For the life of me, I don’t know why anyone in their right mind would follow the advice of a big-bank analyst quoted in the daily financial news.

I think the main reason their advice is worthless is the time frames they deal in.

M&M Chief Investment Strategist Adam O’Dell

I guess for fear of seeming short-sighted, most of the big-bank heavyweights give their market predictions and portfolio recommendations on the order of years.

For instance, a few years ago I wrote about how a top Morgan Stanley strategist was suggesting that investors should consider “taking profits” from the consumer discretionary sector.

She noted how the sector had outperformed “over the last decade,” and cited a Tax Policy Center study that said Donald Trump’s 2017 tax cuts will add “just 0.4% to GDP in 2021, and just 0.1% in 2026.”



Do you know how much will change between now and next year … let alone 2026?!

Anything and everything will change between now and then!

And that’s why I think the big-bank analysts’ long-view advice is practically worthless.

Consider how much has changed over the last few years

And how wrong many of the big-bank analysts have been…

Cycle 9 Alert: Not Your Father’s Sector Strategist

Successful investing requires a good deal of humility.

You’ve got to know what you don’t know. And you’ve got to be willing to change your mind — and your investment positions — without stubbornness or ego.

I’m happy to admit that I have no clue precisely how things will change over the next several years.

That’s why I generally ignore the so-called “advice” of the big-bank analysts quoted in daily financial news stories.

And it’s why I take a short-term and rather “agnostic” view of the market’s sectors, as they continually rotate in and out of favor.

That’s what my Cycle 9 Alert service is all about — finding stocks and sectors that are statistically likely to outperform the broad market over the next two to three months (nothing more, nothing less).

In February and March of 2016, while the big-bank analysts were issuing their warnings, I recommended two industrial sector plays for eventual profits of 106% and 336%.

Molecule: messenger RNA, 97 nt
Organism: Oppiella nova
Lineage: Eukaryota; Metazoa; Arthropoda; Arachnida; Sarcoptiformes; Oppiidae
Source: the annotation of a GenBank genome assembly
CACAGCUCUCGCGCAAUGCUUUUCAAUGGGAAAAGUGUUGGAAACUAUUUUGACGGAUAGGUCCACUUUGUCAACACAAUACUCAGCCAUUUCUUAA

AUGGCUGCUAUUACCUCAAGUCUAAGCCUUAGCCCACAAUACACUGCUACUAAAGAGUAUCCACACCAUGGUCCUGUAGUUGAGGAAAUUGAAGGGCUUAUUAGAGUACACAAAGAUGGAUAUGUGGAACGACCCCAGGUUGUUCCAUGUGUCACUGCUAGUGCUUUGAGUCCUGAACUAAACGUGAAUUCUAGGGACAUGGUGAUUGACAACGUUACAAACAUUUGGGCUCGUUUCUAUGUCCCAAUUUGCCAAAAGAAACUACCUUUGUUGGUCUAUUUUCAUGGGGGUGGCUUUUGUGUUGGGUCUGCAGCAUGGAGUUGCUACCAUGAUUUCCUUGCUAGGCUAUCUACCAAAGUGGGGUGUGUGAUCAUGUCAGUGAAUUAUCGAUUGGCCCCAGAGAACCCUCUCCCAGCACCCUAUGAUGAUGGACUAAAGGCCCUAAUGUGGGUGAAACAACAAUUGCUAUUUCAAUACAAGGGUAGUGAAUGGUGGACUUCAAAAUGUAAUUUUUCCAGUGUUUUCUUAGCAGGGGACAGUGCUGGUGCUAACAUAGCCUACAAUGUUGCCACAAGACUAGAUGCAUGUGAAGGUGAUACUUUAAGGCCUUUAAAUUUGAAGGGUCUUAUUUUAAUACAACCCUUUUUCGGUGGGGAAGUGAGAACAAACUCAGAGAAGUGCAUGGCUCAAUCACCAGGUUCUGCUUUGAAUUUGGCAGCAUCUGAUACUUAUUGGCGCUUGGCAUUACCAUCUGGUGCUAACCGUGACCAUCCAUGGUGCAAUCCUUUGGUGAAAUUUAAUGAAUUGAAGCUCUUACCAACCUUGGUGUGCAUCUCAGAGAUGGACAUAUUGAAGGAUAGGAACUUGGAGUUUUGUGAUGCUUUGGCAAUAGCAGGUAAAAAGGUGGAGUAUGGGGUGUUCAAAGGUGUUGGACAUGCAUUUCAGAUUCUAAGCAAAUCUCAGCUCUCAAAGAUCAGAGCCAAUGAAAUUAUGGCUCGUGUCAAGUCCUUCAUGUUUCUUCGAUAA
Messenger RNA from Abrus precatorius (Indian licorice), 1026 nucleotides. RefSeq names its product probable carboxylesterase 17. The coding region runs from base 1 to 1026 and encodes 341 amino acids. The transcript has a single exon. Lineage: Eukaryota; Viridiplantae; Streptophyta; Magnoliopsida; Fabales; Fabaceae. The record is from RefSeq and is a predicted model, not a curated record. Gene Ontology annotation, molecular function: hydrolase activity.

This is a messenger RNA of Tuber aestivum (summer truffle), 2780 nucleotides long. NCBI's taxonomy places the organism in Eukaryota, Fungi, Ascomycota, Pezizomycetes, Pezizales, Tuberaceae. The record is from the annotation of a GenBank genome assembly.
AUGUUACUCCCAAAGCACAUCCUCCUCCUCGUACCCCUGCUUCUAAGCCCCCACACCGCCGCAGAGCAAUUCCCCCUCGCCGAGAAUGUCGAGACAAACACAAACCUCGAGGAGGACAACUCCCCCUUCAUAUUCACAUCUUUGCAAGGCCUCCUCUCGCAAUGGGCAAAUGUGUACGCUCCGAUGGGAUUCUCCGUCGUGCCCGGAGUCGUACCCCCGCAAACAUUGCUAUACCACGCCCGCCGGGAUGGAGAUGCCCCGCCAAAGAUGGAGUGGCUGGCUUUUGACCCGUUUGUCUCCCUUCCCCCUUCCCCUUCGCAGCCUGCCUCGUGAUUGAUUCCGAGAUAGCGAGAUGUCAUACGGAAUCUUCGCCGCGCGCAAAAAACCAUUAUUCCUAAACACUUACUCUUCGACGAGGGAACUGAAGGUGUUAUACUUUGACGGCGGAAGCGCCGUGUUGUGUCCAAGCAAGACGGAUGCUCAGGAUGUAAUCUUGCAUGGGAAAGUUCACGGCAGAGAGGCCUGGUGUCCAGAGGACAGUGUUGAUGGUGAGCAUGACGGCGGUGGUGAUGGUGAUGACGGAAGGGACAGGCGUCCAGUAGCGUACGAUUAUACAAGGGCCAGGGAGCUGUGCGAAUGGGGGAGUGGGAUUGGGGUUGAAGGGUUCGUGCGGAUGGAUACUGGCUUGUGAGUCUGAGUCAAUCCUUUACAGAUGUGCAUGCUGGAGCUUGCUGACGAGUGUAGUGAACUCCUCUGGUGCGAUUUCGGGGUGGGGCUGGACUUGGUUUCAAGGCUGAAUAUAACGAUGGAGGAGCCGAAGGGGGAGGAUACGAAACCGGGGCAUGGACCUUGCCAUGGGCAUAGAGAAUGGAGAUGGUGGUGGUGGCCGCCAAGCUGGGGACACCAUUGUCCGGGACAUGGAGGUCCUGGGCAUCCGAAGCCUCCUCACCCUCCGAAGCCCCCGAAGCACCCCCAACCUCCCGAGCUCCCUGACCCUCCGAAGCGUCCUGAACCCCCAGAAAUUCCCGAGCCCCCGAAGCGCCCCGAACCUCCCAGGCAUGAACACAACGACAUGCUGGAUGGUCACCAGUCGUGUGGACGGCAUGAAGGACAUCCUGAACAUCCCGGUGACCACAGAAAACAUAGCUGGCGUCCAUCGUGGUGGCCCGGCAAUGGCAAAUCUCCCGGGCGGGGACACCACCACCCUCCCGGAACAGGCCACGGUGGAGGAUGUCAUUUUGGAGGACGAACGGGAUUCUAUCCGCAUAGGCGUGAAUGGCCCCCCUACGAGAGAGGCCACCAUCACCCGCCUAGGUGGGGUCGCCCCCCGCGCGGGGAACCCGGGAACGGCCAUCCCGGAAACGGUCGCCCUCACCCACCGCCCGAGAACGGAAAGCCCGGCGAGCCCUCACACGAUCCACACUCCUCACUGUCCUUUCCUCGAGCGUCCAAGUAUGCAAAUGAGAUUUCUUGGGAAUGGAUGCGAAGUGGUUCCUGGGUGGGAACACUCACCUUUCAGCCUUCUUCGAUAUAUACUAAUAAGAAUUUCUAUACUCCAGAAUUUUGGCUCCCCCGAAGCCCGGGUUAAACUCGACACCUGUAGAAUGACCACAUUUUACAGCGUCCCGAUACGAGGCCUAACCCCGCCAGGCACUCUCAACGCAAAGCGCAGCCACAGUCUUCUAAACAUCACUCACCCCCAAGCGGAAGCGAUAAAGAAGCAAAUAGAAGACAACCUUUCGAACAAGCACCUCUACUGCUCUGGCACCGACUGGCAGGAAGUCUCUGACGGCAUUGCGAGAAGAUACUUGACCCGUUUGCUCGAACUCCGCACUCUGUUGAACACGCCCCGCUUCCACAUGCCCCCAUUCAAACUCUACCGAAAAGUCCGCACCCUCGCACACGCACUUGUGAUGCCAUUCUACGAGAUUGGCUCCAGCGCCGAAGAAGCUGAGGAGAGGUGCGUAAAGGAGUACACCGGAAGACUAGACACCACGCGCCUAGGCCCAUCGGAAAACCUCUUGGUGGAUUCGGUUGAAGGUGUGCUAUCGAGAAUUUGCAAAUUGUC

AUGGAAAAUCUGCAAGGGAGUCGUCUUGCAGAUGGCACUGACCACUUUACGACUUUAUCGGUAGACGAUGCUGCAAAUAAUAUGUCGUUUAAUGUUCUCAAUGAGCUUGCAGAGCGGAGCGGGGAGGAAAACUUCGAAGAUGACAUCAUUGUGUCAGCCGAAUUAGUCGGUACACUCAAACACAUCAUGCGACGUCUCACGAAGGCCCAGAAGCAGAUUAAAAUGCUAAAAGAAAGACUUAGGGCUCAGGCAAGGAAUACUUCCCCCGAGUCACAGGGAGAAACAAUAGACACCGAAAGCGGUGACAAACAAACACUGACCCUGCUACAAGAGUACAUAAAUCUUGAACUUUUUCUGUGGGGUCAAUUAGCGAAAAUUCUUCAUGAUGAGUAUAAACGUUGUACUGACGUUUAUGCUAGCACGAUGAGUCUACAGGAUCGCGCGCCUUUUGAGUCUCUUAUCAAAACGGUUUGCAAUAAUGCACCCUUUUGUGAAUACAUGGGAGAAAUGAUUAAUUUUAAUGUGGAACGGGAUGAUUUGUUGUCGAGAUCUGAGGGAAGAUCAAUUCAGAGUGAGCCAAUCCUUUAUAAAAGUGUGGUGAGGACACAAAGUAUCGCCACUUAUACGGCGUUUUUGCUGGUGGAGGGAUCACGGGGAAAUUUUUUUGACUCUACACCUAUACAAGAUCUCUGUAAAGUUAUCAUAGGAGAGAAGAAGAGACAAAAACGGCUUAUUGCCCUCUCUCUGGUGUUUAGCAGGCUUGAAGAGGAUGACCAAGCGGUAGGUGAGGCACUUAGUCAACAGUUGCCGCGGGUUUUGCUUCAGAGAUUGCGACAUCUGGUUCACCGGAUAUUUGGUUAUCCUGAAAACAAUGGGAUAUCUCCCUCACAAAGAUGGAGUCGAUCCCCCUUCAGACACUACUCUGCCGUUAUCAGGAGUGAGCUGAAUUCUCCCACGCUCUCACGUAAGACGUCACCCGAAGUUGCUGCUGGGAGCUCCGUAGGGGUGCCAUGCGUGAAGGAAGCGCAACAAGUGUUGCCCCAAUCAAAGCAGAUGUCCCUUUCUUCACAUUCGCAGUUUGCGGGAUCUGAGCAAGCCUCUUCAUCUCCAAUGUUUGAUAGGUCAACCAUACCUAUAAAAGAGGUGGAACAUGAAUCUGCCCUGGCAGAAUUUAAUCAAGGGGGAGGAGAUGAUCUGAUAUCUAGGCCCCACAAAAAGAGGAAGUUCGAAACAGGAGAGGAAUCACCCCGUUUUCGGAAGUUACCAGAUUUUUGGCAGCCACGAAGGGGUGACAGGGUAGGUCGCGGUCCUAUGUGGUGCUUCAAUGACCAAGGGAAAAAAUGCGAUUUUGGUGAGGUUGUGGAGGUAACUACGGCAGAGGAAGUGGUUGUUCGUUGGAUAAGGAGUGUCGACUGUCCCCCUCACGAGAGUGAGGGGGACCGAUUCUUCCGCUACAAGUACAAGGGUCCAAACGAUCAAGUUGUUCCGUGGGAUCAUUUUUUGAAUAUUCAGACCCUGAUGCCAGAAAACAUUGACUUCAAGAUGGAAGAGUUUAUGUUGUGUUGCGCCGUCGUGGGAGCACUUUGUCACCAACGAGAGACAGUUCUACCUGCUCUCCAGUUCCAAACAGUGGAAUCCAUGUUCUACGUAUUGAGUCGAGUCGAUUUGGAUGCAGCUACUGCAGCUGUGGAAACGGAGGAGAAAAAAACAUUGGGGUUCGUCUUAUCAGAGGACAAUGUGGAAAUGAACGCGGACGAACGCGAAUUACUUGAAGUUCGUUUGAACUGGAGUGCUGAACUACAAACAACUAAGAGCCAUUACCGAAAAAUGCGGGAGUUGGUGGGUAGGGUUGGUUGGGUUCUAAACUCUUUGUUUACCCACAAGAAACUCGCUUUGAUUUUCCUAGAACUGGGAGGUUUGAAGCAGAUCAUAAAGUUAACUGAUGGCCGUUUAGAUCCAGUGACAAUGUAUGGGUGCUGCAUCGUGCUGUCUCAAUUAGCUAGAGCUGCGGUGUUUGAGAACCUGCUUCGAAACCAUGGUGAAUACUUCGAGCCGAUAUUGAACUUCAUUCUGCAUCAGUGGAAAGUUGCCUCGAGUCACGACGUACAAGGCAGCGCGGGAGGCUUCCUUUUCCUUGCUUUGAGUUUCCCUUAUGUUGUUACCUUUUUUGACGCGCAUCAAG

Later that year, as many worried about a “summer slowdown,” I recommended two consumer staples sector plays for eventual profits of 56% and 80%. I also recommended the semiconductor sector for profits of 106% and 116%.

Then in early 2017, as the financial media swamped readers with fear over a wave of elections in Europe, I recommended a play on a European stock ETF, which handed us a profit of up to 213% less than three months later.

Then in 2018 we made…

  • 45% profits on the biotech sector.
  • 84% profits (betting against) the utilities sector.
  • 88% profits on oil prices.
  • 89% profits on the medical devices sector.
  • 407% profits on the consumer discretionary sector.
  • 430% profits on a consumer staples stock play.

For 2019 we made…

  • 29% profits on a long bond trade.
  • 58% profits on a materials stock.
  • 70% profits on a medical-device maker’s stock.
  • 36% and 186% on two health-care sector shorts.
  • 62% profits shorting South Korean stocks.
  • 64% profits on half of a gold-stock trade.

And so far this year, these trades are still open and we’ve made…

  • 116% on a gold-mining stock (and potentially more, as we’re up 203% on a portion we’re still holding).
  • 103% on a genome-sequencing stock (and we’re up 43% on a still-open portion of the trade).
  • 89% on a grocery store stock (and we’re up 59% on the open portion of the trade).
  • 41% on a diversified biotech sector ETF (open trade).

Of course, they’re not all huge winners and we don’t win them all. But typically when we hit on a dud, we don’t lose as much as we make on our winners. For instance, right now we have an open trade on a Chinese food company that’s down a reasonable 4%… and it still has plenty of time to come back.

We’re also up 3% on a contrarian volatility play that I feel is the closest thing to a “sure bet” that I’ve made in my career. This trade is more long-term than the typical two to three months we generally hold options in Cycle 9 Alert. But as this trade plays out, I believe we can reel in profits of 100% or more.

The point is, I have no problem making “active bets” on the market’s wide range of sectors and industry groups.

Just the same as the big-bank analysts who have no problem prognosticating what the (too-distant) future will hold for them.

But there’s no way I’d ever commit my own capital to their sector forecasts — particularly over such long periods of time.

Instead, I’ve found it’s far more profitable to operate on a two- to three-month basis like we do in Cycle 9. This allows us to stay nimble, adapt to ever-changing market conditions, and capture each sector’s strongest move.

That’s what Cycle 9 Alert is all about — that and simplicity for subscribers! All you have to do is follow my trade alerts, which tell you exactly what to do and what price range to buy each contract, then sit back and watch your money grow until the next alert. It really is that simple.

To good profits,

Adam O'Dell sig

Adam O’Dell
Chief Investment Strategist, Money & Markets

• Using his unique blend of technical and quantitative analysis, Adam’s sole focus is to find and bring you investment opportunities that return the maximum profit with minimum risk.

Editor’s note: If you’re looking for a simple options trading service that has averaged 39% returns per trade across 200 trades, check out Cycle 9 Alert, from Money & Markets Chief Investment Strategist Adam O’Dell.